The present invention overcomes the limitations existent in the prior art systems like that shown in FIG. 1. This is accomplished by connecting the DC power output of a hydrogen-powered fuel cell into a DC bus in the facility and using it as a last-resort power source. Further, an inverter is provided to convert some of the DC power being produced by the fuel cell to AC power to supply strategically placed air conditioning. In the preferred embodiment, the air conditioning is focused on specific computing equipment—any devices in the facility which are deemed critical. For example, some servers in the facility might be necessary for communications deemed more important than others (e.g., telecommunications service for law enforcement, disaster response, etc.). For this equipment, functional survival is imperative. Numerous other reasons exist which would compel the operator to give certain equipment priority.
With the conventional systems, air conditioning after losing all AC power sources was unworkable. With the system and processes of the present invention, however, not only is last-resort air conditioning possible, but may be strategically localized to ensure the continued operation of specific computing equipment.
A schematic 110 of the system may be seen in FIG. 2. Referring to the figure we see that system 110 is adapted for an enclosed facility 112. The facility operates primarily using an outside AC source 114. AC source 114 could be embodied as many things. It could be derived from an AC utility (not shown). It could be locally generated using a turbine or multiple turbines (not shown). It could be a diesel generator (not shown), or be any combination of the above-listed potential AC sources.
In the preferred embodiment, AC source 114 is a turbine generator, or a plurality of turbine generators depending on output demand. These turbine generators are adapted to run on utility-provided natural gas. In the preferred embodiment, turbine generator 114 is a micro-turbine generator. One micro-turbine generator proven suitable for incorporation into the present invention is the Capstone 60 Micro-Turbine™ system produced by the Capstone Turbine Corporation of Chatsworth, Calif. These kinds of micro-turbines operate in substantially the same way as do other turbines but are smaller.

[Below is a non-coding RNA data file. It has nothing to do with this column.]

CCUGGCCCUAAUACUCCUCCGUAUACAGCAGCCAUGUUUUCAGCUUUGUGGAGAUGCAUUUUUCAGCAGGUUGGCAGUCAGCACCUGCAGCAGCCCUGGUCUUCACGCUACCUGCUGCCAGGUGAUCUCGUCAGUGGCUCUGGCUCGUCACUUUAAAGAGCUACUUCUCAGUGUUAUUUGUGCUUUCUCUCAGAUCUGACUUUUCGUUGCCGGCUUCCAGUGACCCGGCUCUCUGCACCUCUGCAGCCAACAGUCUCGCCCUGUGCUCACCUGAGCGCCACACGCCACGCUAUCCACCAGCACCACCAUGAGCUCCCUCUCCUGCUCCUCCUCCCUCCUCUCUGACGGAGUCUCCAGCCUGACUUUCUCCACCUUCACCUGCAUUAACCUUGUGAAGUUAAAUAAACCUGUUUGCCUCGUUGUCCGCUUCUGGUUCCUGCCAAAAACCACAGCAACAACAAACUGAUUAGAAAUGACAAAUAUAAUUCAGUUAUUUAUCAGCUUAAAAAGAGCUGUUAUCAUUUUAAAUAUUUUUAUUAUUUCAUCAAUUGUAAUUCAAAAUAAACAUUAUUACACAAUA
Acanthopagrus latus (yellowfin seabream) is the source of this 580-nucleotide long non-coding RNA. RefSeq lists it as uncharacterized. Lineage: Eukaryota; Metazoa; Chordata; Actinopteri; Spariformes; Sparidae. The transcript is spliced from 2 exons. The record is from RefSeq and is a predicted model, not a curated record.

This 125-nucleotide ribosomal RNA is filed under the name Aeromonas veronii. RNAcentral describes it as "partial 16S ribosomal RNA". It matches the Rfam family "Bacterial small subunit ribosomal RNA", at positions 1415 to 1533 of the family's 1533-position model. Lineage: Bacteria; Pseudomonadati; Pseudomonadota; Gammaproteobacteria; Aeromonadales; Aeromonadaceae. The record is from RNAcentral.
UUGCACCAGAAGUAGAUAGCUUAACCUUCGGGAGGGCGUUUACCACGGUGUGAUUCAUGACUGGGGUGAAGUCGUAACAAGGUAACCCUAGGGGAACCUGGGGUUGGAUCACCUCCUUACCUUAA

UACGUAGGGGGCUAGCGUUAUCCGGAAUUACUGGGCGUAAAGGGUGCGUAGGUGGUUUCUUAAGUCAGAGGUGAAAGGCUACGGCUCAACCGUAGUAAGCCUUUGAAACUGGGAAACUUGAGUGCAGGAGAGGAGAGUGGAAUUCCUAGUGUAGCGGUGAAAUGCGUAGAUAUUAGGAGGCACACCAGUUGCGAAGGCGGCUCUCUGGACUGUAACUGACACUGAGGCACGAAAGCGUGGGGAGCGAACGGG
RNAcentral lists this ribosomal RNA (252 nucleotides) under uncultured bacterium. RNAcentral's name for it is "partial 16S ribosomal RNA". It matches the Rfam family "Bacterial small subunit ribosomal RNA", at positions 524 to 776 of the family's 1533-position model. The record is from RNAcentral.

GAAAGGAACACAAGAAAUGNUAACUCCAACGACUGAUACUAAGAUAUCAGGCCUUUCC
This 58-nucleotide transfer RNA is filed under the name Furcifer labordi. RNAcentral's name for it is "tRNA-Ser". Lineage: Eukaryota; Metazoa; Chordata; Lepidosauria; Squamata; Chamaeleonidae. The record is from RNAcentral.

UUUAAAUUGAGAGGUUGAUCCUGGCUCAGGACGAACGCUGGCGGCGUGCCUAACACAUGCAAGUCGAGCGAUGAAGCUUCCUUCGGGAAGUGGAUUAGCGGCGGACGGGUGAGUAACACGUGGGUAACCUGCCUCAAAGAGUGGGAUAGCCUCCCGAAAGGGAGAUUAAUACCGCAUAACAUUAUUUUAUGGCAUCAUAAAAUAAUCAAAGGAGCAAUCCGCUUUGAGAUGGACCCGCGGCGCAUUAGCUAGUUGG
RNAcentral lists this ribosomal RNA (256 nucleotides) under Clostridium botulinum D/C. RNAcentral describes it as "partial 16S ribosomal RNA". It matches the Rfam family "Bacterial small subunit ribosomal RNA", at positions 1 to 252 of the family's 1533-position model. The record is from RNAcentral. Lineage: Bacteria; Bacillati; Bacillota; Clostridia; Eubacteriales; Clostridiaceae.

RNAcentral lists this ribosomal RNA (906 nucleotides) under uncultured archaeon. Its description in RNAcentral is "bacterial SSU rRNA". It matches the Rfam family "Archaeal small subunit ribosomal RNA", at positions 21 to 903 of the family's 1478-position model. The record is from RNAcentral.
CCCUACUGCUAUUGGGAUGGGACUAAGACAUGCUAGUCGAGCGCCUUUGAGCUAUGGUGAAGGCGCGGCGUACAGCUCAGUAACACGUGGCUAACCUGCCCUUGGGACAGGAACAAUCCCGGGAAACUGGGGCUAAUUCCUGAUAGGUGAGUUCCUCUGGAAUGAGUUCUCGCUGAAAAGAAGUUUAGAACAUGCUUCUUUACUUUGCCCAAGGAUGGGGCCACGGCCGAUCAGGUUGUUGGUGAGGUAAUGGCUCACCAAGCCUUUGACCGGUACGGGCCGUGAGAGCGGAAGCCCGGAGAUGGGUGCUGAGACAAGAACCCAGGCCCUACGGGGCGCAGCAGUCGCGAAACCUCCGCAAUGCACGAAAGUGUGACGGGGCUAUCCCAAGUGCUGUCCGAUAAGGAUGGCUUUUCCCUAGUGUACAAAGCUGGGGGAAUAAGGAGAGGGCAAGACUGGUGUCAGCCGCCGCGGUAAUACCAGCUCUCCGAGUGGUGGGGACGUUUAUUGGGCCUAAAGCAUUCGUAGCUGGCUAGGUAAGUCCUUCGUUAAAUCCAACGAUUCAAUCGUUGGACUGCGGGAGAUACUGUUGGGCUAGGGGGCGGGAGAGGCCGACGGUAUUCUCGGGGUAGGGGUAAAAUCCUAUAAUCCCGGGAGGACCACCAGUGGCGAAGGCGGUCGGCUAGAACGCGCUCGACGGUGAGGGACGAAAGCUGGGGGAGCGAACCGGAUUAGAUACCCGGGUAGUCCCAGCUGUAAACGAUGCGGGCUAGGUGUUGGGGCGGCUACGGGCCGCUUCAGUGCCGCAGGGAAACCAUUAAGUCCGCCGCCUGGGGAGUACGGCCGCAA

The turbine, in the preferred embodiment, is the only AC power producer in the system. The AC power output from turbine 114 is converted by a plurality of rectifiers 130 (switched-mode rectifiers in the preferred embodiment) to maintain DC power in a DC bus 120. Maintaining power in the DC bus is critical, because it is used to power the telecommunications equipment in the facility, e.g., telecom switches, servers, routers.
An array of Lithium Metal Polymer (LMP) batteries 122 is also connected into DC bus 120. The LMPs 122 are always on line, and thus, serve to maintain the power level in bus 120 at a constant when they possess sufficient charge. When the turbine AC power source 114 is operational, the LMPs operate in a bridging capacity. This is necessary because turbine outputs (as well as the outputs from other AC sources) tend to dip and rise. In circumstances where the turbine is out of service because it has run out of fuel or for other reasons, the LMPs again will bridge in that they will temporarily back up the DC bus until either the primary AC source has returned, or the fuel cell comes on-line. The LMPs used in the preferred embodiment are 48-volt, 63 amp-hour batteries manufactured by Avestor, Inc. (Model No. SE 48S63), but the scope of the invention is not to be limited to any particular manufacturer or amp-hour/voltage level used.
The back-up source of power to be used in system 110 is a fuel cell 124. Fuel cell 124 is adapted to consume hydrogen through a hydrogen tubing 128 from a plurality of hydrogen storage tanks 126 in the event AC source 114 fails and LMPs 122 have completely drained. In the preferred embodiment, fuel cell 124 includes at least one proton-exchange-membrane (PEM). Most fuel cells include a plurality of PEMs. Though fuel cell 124 used in the preferred embodiment uses PEMs, other fuel-cell technologies exist which might be used instead and still fall within the scope of the present invention. One example of a PEM-type fuel cell which is suitable for use with the present invention is a 10 KW, 54 V modular, cartridge-based, proton exchange membrane manufactured by Hydrogenics of Ontario, Canada.
When fuel cell 124 is operational, it produces DC power which is fed directly into the DC bus. This will sustain backup power to the equipment, but will also be useful for air conditioning purposes.
The primary mode of operation for the power system of the present invention is shown in FIG. 3. Referring to the figure, it may be seen that in primary mode of operation, the fuel cell 124 is not in use. Thus, it has been crossed out in the figure. Under these circumstances, either AC source 114 is operational, or the LMP batteries 122 are performing in a backup capacity.